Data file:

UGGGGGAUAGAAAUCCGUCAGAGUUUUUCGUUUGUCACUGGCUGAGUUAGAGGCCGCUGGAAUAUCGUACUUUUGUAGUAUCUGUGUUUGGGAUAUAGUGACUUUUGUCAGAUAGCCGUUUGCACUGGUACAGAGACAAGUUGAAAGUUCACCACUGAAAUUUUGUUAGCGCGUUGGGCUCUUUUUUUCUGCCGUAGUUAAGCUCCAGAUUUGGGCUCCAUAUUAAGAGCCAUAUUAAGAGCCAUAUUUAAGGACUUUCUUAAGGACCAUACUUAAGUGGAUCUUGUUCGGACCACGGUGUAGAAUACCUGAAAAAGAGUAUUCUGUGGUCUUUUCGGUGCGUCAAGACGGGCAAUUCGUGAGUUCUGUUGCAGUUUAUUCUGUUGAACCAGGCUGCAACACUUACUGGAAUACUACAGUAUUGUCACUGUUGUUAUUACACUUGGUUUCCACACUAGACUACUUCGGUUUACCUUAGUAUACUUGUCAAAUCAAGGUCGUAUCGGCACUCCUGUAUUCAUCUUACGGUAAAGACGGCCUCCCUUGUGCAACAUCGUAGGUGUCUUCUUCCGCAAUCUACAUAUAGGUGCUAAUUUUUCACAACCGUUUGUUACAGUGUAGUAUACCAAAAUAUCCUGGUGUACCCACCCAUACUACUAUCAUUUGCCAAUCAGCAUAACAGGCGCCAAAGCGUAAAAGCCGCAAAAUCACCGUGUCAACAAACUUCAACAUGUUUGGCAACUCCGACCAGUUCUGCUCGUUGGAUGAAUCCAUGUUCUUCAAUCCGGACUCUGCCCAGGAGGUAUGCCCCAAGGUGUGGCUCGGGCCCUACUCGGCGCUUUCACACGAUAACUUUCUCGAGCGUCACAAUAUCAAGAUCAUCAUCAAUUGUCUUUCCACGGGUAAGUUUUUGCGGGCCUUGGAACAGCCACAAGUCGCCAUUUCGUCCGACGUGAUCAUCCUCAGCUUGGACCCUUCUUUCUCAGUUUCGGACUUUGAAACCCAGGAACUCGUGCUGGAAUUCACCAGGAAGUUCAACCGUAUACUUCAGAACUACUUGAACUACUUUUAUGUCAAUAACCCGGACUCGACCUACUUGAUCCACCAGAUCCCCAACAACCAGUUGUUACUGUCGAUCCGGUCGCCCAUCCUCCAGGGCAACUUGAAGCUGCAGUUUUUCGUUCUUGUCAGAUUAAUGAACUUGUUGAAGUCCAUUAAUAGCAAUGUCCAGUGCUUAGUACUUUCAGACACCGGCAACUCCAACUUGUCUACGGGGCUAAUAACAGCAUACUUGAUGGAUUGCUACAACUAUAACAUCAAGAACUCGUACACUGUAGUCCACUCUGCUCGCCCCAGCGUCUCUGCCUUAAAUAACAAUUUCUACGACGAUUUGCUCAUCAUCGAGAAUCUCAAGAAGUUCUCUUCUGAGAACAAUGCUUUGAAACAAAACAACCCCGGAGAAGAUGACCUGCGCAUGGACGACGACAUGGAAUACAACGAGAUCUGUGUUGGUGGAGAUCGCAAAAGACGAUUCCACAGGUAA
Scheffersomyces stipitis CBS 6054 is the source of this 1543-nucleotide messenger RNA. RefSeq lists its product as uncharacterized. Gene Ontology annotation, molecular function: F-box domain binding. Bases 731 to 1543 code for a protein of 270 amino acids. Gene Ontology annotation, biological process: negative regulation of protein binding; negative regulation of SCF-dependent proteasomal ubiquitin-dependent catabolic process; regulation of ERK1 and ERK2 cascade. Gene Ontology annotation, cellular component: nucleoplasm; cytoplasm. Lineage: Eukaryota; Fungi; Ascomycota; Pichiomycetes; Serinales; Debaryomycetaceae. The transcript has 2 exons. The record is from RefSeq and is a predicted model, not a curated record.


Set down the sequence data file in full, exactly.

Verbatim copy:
UGGGGGAUAGAAAUCCGUCAGAGUUUUUCGUUUGUCACUGGCUGAGUUAGAGGCCGCUGGAAUAUCGUACUUUUGUAGUAUCUGUGUUUGGGAUAUAGUGACUUUUGUCAGAUAGCCGUUUGCACUGGUACAGAGACAAGUUGAAAGUUCACCACUGAAAUUUUGUUAGCGCGUUGGGCUCUUUUUUUCUGCCGUAGUUAAGCUCCAGAUUUGGGCUCCAUAUUAAGAGCCAUAUUAAGAGCCAUAUUUAAGGACUUUCUUAAGGACCAUACUUAAGUGGAUCUUGUUCGGACCACGGUGUAGAAUACCUGAAAAAGAGUAUUCUGUGGUCUUUUCGGUGCGUCAAGACGGGCAAUUCGUGAGUUCUGUUGCAGUUUAUUCUGUUGAACCAGGCUGCAACACUUACUGGAAUACUACAGUAUUGUCACUGUUGUUAUUACACUUGGUUUCCACACUAGACUACUUCGGUUUACCUUAGUAUACUUGUCAAAUCAAGGUCGUAUCGGCACUCCUGUAUUCAUCUUACGGUAAAGACGGCCUCCCUUGUGCAACAUCGUAGGUGUCUUCUUCCGCAAUCUACAUAUAGGUGCUAAUUUUUCACAACCGUUUGUUACAGUGUAGUAUACCAAAAUAUCCUGGUGUACCCACCCAUACUACUAUCAUUUGCCAAUCAGCAUAACAGGCGCCAAAGCGUAAAAGCCGCAAAAUCACCGUGUCAACAAACUUCAACAUGUUUGGCAACUCCGACCAGUUCUGCUCGUUGGAUGAAUCCAUGUUCUUCAAUCCGGACUCUGCCCAGGAGGUAUGCCCCAAGGUGUGGCUCGGGCCCUACUCGGCGCUUUCACACGAUAACUUUCUCGAGCGUCACAAUAUCAAGAUCAUCAUCAAUUGUCUUUCCACGGGUAAGUUUUUGCGGGCCUUGGAACAGCCACAAGUCGCCAUUUCGUCCGACGUGAUCAUCCUCAGCUUGGACCCUUCUUUCUCAGUUUCGGACUUUGAAACCCAGGAACUCGUGCUGGAAUUCACCAGGAAGUUCAACCGUAUACUUCAGAACUACUUGAACUACUUUUAUGUCAAUAACCCGGACUCGACCUACUUGAUCCACCAGAUCCCCAACAACCAGUUGUUACUGUCGAUCCGGUCGCCCAUCCUCCAGGGCAACUUGAAGCUGCAGUUUUUCGUUCUUGUCAGAUUAAUGAACUUGUUGAAGUCCAUUAAUAGCAAUGUCCAGUGCUUAGUACUUUCAGACACCGGCAACUCCAACUUGUCUACGGGGCUAAUAACAGCAUACUUGAUGGAUUGCUACAACUAUAACAUCAAGAACUCGUACACUGUAGUCCACUCUGCUCGCCCCAGCGUCUCUGCCUUAAAUAACAAUUUCUACGACGAUUUGCUCAUCAUCGAGAAUCUCAAGAAGUUCUCUUCUGAGAACAAUGCUUUGAAACAAAACAACCCCGGAGAAGAUGACCUGCGCAUGGACGACGACAUGGAAUACAACGAGAUCUGUGUUGGUGGAGAUCGCAAAAGACGAUUCCACAGGUAA
Scheffersomyces stipitis CBS 6054 is the source of this 1543-nucleotide messenger RNA. RefSeq lists its product as uncharacterized. Gene Ontology annotation, molecular function: F-box domain binding. Bases 731 to 1543 code for a protein of 270 amino acids. Gene Ontology annotation, biological process: negative regulation of protein binding; negative regulation of SCF-dependent proteasomal ubiquitin-dependent catabolic process; regulation of ERK1 and ERK2 cascade. Gene Ontology annotation, cellular component: nucleoplasm; cytoplasm. Lineage: Eukaryota; Fungi; Ascomycota; Pichiomycetes; Serinales; Debaryomycetaceae. The transcript has 2 exons. The record is from RefSeq and is a predicted model, not a curated record.